Workers from outside Atlantic Canada can receive an exception to the self-isolation requirement for urgent and critical on-site work that requires specialized skills unavailable in Atlantic Canada. This includes, for example:
- people who are essential to the inspection, installation or repair of specialized equipment
- people who are essential to the maintenance and repair of critical infrastructure
- people who are essential to the completion of large construction projects
Specialized workers are allowed to work and travel to and from the workplace, but must self-isolate for the period of time they’re in the province (up to 14 days) other than when they’re working. Specialized workers need to follow the Health Protection Act Order and the Directive Under the Authority of the Chief Medical Officer of Health – COVID-19 Exceptions for Specialized Workers (PDF 90 KB).
Before each trip to Nova Scotia, specialized workers from outside Atlantic Canada need to complete a Nova Scotia Safe Check-in Form.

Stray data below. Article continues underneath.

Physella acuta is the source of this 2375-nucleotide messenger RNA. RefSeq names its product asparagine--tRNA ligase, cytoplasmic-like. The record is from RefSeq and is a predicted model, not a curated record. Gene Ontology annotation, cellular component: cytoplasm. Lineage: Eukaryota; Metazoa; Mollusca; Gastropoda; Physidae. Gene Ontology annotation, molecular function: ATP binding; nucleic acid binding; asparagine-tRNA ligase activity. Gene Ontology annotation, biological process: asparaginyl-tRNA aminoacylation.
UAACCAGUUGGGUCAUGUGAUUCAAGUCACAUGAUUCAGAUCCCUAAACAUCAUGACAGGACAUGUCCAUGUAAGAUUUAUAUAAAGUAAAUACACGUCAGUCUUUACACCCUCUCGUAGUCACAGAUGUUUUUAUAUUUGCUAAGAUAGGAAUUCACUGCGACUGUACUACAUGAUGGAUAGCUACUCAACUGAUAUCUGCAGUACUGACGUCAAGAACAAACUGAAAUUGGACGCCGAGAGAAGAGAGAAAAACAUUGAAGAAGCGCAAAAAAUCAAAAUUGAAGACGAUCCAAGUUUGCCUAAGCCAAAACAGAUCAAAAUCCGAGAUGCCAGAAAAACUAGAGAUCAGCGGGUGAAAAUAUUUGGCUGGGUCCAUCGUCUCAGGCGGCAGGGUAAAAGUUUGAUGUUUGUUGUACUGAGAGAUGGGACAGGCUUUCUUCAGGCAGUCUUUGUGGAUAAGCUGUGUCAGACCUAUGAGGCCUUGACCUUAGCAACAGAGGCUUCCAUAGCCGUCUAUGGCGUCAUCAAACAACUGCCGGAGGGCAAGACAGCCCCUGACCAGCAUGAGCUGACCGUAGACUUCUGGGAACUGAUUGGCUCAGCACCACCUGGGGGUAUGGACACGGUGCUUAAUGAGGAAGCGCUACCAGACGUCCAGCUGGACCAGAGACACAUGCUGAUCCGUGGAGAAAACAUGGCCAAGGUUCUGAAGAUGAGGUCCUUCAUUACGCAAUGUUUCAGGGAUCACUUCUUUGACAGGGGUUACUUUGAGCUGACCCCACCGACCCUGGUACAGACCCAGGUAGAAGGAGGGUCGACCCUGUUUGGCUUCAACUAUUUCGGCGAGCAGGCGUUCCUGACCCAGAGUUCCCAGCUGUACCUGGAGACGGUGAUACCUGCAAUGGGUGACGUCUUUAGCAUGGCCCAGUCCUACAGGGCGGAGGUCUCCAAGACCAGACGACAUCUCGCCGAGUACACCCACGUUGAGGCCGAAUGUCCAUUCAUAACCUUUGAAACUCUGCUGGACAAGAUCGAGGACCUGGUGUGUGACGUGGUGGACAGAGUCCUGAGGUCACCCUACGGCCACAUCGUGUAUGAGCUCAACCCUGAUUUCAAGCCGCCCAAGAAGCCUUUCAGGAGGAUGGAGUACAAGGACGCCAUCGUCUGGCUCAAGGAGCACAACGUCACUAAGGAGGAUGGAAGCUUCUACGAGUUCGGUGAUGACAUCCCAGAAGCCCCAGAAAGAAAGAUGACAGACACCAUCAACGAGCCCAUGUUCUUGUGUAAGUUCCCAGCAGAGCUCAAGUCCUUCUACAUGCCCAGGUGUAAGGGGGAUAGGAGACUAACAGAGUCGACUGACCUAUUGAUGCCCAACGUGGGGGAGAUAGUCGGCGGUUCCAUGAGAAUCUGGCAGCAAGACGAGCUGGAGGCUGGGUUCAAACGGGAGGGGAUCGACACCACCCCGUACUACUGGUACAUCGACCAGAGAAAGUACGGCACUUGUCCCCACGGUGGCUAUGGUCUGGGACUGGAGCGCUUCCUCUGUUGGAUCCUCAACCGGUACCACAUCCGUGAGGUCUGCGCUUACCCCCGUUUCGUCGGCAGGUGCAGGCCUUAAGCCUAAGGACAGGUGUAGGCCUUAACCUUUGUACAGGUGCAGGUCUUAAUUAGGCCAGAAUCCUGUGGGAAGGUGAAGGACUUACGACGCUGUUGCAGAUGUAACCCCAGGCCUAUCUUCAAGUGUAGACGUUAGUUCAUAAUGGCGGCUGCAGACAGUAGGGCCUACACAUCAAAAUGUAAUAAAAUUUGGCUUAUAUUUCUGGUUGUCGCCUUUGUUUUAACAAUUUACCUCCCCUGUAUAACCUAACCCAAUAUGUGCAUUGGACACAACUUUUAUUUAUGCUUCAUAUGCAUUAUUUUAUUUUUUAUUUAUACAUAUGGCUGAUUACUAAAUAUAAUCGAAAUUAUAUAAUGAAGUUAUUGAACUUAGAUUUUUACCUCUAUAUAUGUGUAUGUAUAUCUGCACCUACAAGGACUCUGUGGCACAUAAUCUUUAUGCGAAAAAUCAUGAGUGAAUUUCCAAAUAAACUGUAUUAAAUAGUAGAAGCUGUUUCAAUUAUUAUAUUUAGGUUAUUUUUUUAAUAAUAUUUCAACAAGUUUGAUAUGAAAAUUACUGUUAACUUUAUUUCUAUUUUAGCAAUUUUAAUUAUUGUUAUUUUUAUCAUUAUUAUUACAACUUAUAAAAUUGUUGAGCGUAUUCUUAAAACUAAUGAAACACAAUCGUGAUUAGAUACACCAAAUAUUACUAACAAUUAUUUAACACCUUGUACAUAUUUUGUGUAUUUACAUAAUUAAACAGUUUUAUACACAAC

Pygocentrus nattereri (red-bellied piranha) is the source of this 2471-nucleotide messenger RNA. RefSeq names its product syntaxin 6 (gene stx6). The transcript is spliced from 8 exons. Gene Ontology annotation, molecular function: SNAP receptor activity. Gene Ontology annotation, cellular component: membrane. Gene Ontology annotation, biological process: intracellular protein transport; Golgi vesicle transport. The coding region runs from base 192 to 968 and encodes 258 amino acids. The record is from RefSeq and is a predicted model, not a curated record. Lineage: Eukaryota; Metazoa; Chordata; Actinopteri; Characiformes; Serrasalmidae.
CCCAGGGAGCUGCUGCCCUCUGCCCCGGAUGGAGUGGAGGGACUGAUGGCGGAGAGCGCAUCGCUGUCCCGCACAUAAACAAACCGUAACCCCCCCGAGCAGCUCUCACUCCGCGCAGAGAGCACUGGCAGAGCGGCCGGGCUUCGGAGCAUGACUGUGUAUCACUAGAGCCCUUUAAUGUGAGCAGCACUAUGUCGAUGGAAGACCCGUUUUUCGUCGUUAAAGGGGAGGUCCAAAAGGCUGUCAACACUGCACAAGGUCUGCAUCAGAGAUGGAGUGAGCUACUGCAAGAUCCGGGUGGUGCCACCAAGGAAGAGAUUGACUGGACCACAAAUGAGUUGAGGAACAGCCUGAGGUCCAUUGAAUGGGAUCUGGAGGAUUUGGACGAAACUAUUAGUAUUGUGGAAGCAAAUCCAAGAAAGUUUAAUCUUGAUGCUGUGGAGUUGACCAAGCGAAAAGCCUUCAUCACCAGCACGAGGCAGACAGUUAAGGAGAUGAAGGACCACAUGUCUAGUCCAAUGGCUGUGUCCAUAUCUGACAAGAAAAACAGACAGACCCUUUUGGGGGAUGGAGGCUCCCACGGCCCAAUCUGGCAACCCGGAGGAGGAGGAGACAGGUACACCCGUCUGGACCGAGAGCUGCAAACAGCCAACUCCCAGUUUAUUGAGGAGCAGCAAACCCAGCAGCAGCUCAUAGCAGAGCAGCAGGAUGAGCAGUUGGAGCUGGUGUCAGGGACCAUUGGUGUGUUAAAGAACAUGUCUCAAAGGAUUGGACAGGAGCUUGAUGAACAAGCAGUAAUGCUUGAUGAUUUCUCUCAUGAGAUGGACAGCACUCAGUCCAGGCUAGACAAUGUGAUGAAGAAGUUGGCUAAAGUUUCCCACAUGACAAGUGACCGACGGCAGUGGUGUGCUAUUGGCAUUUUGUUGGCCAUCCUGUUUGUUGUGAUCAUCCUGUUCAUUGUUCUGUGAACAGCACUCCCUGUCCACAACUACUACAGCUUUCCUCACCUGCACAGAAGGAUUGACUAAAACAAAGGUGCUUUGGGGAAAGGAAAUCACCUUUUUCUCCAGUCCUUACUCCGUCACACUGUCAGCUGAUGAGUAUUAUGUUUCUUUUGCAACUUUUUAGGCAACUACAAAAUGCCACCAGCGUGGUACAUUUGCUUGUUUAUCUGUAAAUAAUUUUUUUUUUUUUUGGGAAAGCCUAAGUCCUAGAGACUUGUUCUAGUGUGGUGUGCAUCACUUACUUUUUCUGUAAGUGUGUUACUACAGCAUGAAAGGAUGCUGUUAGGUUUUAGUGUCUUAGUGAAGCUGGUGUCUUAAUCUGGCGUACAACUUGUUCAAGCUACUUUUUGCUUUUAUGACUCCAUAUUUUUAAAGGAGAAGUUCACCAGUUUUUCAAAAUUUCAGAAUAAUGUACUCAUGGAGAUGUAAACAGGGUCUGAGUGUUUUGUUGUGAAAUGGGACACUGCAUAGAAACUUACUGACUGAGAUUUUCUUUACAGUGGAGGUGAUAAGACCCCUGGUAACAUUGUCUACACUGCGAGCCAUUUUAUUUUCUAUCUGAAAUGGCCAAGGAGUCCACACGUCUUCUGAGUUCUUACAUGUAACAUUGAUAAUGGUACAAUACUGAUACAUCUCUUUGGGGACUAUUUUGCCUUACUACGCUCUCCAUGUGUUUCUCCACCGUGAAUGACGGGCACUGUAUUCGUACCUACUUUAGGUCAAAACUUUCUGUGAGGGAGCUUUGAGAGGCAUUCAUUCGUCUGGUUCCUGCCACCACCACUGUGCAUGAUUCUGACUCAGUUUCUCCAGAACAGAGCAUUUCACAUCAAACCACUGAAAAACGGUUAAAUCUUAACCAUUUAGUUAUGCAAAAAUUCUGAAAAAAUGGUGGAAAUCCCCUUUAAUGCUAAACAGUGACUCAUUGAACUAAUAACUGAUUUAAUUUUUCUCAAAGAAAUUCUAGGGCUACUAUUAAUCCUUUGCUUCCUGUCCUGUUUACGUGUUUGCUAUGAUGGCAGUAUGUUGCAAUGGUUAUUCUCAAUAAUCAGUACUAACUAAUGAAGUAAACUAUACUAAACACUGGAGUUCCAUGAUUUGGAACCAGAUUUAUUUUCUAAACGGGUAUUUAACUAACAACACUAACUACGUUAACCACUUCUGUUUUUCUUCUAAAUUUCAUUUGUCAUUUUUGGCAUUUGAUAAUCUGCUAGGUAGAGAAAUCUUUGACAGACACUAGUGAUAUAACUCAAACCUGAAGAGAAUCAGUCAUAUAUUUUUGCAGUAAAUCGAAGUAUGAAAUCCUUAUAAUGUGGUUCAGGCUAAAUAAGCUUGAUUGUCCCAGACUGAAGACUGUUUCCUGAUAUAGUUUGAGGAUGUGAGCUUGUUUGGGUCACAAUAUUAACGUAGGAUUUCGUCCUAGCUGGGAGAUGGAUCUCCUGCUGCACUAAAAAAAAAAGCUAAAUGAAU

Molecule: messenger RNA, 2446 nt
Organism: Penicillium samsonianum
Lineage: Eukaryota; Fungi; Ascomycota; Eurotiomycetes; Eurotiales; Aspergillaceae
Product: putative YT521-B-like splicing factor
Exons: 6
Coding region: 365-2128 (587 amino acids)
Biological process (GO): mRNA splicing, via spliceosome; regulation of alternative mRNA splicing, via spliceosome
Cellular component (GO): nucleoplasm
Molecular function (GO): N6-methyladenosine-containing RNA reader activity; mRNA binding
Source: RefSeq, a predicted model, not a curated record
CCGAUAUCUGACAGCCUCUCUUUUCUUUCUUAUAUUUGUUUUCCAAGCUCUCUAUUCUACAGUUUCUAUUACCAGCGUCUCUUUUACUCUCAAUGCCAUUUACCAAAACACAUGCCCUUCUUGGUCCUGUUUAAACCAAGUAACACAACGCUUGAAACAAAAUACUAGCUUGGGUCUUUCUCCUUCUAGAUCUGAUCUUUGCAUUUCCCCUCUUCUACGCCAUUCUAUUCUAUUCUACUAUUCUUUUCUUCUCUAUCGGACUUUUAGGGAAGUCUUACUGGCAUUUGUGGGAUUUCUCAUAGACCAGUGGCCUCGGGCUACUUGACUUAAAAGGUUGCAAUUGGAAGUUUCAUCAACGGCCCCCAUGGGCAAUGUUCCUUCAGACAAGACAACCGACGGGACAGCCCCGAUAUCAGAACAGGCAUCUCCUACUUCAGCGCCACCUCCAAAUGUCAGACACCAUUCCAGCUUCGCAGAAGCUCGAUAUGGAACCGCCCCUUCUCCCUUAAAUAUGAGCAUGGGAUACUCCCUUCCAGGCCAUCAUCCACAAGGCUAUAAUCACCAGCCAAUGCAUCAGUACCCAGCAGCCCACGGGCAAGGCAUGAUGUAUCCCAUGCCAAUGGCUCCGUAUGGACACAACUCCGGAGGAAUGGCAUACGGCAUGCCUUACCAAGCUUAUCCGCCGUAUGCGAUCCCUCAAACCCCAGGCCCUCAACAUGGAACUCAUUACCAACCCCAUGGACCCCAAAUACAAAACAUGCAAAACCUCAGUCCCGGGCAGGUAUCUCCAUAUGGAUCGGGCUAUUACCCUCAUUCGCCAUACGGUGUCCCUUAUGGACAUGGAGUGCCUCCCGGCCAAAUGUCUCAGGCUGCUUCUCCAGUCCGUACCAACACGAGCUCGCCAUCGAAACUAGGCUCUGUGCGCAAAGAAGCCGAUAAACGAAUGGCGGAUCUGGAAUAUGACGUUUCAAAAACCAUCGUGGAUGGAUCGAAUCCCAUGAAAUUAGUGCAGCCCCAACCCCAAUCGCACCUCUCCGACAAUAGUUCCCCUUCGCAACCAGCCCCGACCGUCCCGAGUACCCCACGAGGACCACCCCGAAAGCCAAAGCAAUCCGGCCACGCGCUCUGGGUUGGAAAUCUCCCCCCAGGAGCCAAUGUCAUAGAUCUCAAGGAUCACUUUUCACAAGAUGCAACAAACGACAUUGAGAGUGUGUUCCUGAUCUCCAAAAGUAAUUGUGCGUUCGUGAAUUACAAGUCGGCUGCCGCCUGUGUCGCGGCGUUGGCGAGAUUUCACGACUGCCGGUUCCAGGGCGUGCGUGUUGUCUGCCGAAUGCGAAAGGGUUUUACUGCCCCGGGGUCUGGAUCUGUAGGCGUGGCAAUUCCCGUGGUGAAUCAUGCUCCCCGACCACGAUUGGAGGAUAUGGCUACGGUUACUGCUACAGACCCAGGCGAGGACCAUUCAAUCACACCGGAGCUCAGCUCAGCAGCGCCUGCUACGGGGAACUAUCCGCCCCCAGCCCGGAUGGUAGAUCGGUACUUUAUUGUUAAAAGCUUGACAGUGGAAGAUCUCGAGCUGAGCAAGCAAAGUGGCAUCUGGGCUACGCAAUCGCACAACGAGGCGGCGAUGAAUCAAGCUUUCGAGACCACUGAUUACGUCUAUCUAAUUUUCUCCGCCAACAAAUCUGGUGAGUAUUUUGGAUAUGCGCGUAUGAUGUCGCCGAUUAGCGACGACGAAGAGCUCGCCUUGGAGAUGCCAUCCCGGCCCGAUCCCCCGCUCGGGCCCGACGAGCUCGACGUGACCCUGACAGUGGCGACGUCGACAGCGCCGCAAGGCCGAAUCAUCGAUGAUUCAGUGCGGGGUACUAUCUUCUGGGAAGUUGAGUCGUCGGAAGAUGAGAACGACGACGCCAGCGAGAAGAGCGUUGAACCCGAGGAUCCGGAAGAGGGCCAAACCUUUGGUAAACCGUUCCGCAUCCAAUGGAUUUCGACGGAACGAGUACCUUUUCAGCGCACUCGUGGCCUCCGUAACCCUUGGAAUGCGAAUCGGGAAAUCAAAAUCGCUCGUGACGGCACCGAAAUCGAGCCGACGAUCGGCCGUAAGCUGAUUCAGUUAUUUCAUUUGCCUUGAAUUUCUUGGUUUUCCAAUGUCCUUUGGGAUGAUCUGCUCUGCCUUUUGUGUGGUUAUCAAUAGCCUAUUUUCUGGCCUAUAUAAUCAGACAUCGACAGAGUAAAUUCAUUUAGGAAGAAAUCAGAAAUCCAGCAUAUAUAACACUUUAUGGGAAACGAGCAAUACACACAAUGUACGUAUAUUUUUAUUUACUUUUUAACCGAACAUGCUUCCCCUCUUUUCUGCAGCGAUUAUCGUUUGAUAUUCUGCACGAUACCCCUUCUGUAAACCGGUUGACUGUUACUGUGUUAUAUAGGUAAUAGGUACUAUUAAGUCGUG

When you arrive in Nova Scotia you need show that you submitted the form by providing the confirmation email you receive after submitting the form to border officials.
Businesses located in Nova Scotia that have more than 10 specialized workers entering Nova Scotia from outside Atlantic Canada within a 1 month period, need to provide details about their Workplace COVID-19 Prevention plan to firstname.lastname@example.org before specialized workers travel to the province.
Gathering limits apply to social events, faith gatherings, sports and physical activity, weddings, funerals and arts and culture events like theatre performances, dance recitals, festivals and concerts. Gathering limits also apply to businesses and organizations that run social events, faith gatherings, weddings, funerals, arts and culture events or sports events.
You need to follow gathering limits, unless your group has an exemption identified in the Health Protection Act Order (PDF).